A new study suggests how early life might have survived without some of the cellular machinery that is absolutely required for life today. Turns out that having a fairly leaky membrane may have been the key.
Two people have died of West Nile virus in Sacramento and Shasta counties, the first reported deaths in the state this year. Last year, 15 people died in California from the virus, which is usually transmitted to humans from a bite by an infected mosquito. One variety of mosquito found recently in San Mateo, Madera and Clovis is particularly worrisome because it can carry a number of deadly diseases, including yellow fever and West Nile. The state's entomologists are mobilizing to fight this new, bloodsucking threat.
New work shows that the simple mineral sphalerite has geochemical powers suitable for helping life to arise from precursors in the mineral kingdom.
A performance artist will stand in San Francisco Bay for a tidal cycle of thirteen hours to dramatize the challenge of rising seas. At high tide, she'll be covered up to her neck.
A new paper marshals evidence detailing the catastrophic landslide and mega-tsunami that struck Lake Tahoe during the late Pleistocene.
Stanford launches a major investigation of the state's dwindling groundwater resources and finds "alarming" gaps.
A team of Bay Area scientists is biohacking baker's yeast, in an effort to produce proteins that are just like milk proteins, only they're aren't from milk.
Europe's Rosetta mission is poised to add another extraterrestrial landfall to a very short list, and top a new list as it becomes the first mission to land a probe on a comet.
The Richmond City Council is considering Chevron's plans for a $1 billion project at its refinery there. If it's approved, this is one of the last steps before construction on the project would actually begin.
This week, All Things Considered is exploring how people interpret probability. What does it mean to us, for example, when a doctor says an operation has a 70 percent chance of success? One of the most common encounters with percent probabilities has to do with weather. Take ...Read More
(Photo by David McNew/Getty Images) by Seth Borenstein AP WASHINGTON (AP) — The globe is on a hot streak, setting a heat record in June. That's after the world broke a record in May. The National Oceanic and Atmospheric Administration announced Monday that last month's average global temperature was 61.2 degrees, which is ...Read More
In November of 1969, astronaut Alan Bean became the fourth man to walk on the moon. His mission, Apollo 12, arrived at the moon a few months after Apollo 11 made the first moon landing. That historic event celebrates its 45th anniversary Sunday. Apollo 12 got off to a dramatic start: ...Read More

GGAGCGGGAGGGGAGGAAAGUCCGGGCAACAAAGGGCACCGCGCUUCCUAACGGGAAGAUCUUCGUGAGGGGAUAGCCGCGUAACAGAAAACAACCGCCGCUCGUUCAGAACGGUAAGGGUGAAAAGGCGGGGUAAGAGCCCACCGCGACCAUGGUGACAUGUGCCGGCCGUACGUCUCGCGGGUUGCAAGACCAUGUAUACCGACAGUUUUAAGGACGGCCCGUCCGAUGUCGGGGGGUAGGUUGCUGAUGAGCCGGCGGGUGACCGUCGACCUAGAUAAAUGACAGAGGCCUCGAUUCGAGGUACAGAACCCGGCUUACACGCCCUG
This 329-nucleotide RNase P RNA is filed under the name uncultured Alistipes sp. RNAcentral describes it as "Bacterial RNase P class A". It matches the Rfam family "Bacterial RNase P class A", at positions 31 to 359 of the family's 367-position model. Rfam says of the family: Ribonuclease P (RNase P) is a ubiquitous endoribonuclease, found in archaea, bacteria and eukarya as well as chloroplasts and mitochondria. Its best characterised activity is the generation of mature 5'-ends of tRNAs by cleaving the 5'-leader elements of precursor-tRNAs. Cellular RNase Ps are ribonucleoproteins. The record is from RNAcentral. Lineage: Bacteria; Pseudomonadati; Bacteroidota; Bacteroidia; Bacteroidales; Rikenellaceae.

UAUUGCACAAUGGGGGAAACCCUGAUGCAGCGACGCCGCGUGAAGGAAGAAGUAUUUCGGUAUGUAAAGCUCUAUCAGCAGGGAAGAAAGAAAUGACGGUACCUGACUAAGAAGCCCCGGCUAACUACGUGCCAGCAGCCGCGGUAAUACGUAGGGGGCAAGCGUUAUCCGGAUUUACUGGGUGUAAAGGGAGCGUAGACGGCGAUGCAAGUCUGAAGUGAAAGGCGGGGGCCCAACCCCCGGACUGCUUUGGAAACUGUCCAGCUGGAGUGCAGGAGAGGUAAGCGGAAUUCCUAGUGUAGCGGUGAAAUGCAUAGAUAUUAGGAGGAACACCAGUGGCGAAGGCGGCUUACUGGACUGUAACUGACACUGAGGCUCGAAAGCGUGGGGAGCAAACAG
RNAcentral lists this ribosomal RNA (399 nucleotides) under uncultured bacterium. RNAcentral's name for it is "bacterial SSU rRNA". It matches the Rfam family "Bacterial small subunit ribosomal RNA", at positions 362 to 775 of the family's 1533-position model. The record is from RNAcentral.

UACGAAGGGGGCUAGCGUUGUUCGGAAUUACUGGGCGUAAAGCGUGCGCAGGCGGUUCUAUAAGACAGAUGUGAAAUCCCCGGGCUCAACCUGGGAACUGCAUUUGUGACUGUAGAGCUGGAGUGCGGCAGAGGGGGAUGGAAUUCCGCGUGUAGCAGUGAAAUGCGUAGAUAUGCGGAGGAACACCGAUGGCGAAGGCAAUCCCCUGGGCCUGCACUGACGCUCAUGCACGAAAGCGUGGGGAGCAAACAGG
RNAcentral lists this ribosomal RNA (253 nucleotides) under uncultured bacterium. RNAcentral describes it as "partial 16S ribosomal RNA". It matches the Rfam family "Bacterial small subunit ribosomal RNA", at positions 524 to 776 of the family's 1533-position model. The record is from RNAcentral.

Watering your lawn or washing your car may become a lot more expensive. State regulators have approved new fines aimed at water wasters, hoping the penalties will lead to a reduction in water use.
Activists are hoping local residents will do what state legislators haven’t done -- shut down the controversial oil production technique known as hydraulic fracturing.
Planetary scientist Alan Stern is counting down the days — just 365 of them now. He's spent the past 8 1/2 years waiting for the New Horizons spacecraft to make a close encounter with Pluto. Next year, on July 14, the spacecraft will reach its destination. "Not only did we choose ...Read More
Company says it has ‘grave concerns’ about new environmental proposals attached to project. Read more ...
Stanford scientist Sue McConnell will receive $1 million over the next five years to sustain a program that teaches biology seniors to communicate science to the public through art.
In case you missed the buzz on Facebook, scientists recently determined that "beer goggles" do in fact exist, though not precisely in the way we thought. Consuming alcohol, it seems, tends to elevate desire and reduce inhibitions more than alter our actual perception of another person's attractiveness. But there's another ...Read More
Most of us have heard about good cholesterol and bad cholesterol. But it's not the cholesterol that causes harm, it's the particles that carry it. And routine blood tests don't measure them.